Of note, we were required to shoot the “Double Action Course” (GDAC) to graduate from the academy. That course had a stage in it based on the Newhall Incident, which occurred in 1970, requiring those shooting revolvers to fire two rounds, manually load two rounds, and then fire two more rounds all in 15 seconds. Those of us shooting magazine fed guns simply used a two-round magazine. I attended the academy in 1999. The GDAC was replaced circa 2004. Some things are slow to change. The replacement course is “revolver neutral” meaning that six-round magazines are mandated so that those shooting revolvers and semi-automatics all reload at the same time.

A decade or so later, I traded into a Smith & Wesson 586 so that I could shoot in an IDPA revolver match. I won my class and earned a match bump in classification with it. One thing I didn’t include in the original piece on that match was that in the later stages, I had trouble with the cylinder sticking. I brushed the cylinder out and tried to clean it in a safe area, but it took a detailed cleaning after the match to get it running smoothly.

In 2014, I met Tom Givens of Rangemaster and began to train with him on a regular basis. I had the chance to attend his Defensive Revolver class as a student in 2015. In that class, we had three revolvers go down hard, as in done for the day. I assisted him with teaching an iteration of the class earlier this year, and we had revolvers fail in that class as well.

This past weekend (11/15-17/2019), I was part of the inaugural Rangemaster Master Instructor class. The class is only open to those who have already completed the Rangemaster Instructor Development and Advanced Instructor Courses.

We had four revolvers mechanically fail, and we had a fifth revolver get deadlined when the bullet from a squib round lodged between the forcing cone and the cylinder. This was during the revolver qualification course, and the student was forced to continue with his backup gun (a J-frame). This is the second time I have seen this happen. The other time was a first hand experience with one of my own revolvers. While this is an ammo related problem, the firearm is put completely out of action, and the fix involves using a rod and hammer to beat the bullet back into the chamber so that the cylinder can be opened. That’s not going to happen in time to save your life.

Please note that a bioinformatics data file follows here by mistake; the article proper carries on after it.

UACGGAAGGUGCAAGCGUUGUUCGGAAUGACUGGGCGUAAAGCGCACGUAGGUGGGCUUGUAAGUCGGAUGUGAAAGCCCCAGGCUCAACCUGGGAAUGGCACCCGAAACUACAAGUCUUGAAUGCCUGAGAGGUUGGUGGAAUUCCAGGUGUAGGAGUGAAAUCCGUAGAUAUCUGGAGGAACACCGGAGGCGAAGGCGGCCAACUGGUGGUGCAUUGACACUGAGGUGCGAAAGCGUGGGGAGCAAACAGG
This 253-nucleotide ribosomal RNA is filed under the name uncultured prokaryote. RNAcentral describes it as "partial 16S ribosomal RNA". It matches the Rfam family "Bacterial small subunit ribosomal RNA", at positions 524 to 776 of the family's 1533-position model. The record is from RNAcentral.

One of the failures was due to a small piece of debris binding up an action. This was at the outset of the revolver shooting. The person shooting this revolver was Chuck Haggard.

Another student in the class reported the above on Facebook resulting wheelgun lovers forming crowds with torches and pitchforks because their beloved platform had been impugned. Other responses ranged from “yeah, okay” to “Why would anyone shoot a revolver anyway?” The answer to that last question is that firearms instructors teach students, and sometimes students show up with revolvers…

One response, however, came from Darryl Bolke of Hardwired Tactical Shooting.

I understand the point Daryl’s point. I also think that by making his point he disproves his thesis somewhat.

I fall somewhere in between on the issue. I agree with Daryl in that a well maintained revolver in the hands of someone who knows how to use it can be formidable for the first cylinder full of ammo. I’ve also seen enough revolver failures in training and competition environments to worry about when that failure is due.

I enjoy shooting revolvers and will continue to do so. I very much enjoy teaching revolver skills. I’ll even continue to carry a revolver in Class A uniform for ceremonial functions because I personally think that they have much more class than any “bottom feeder”.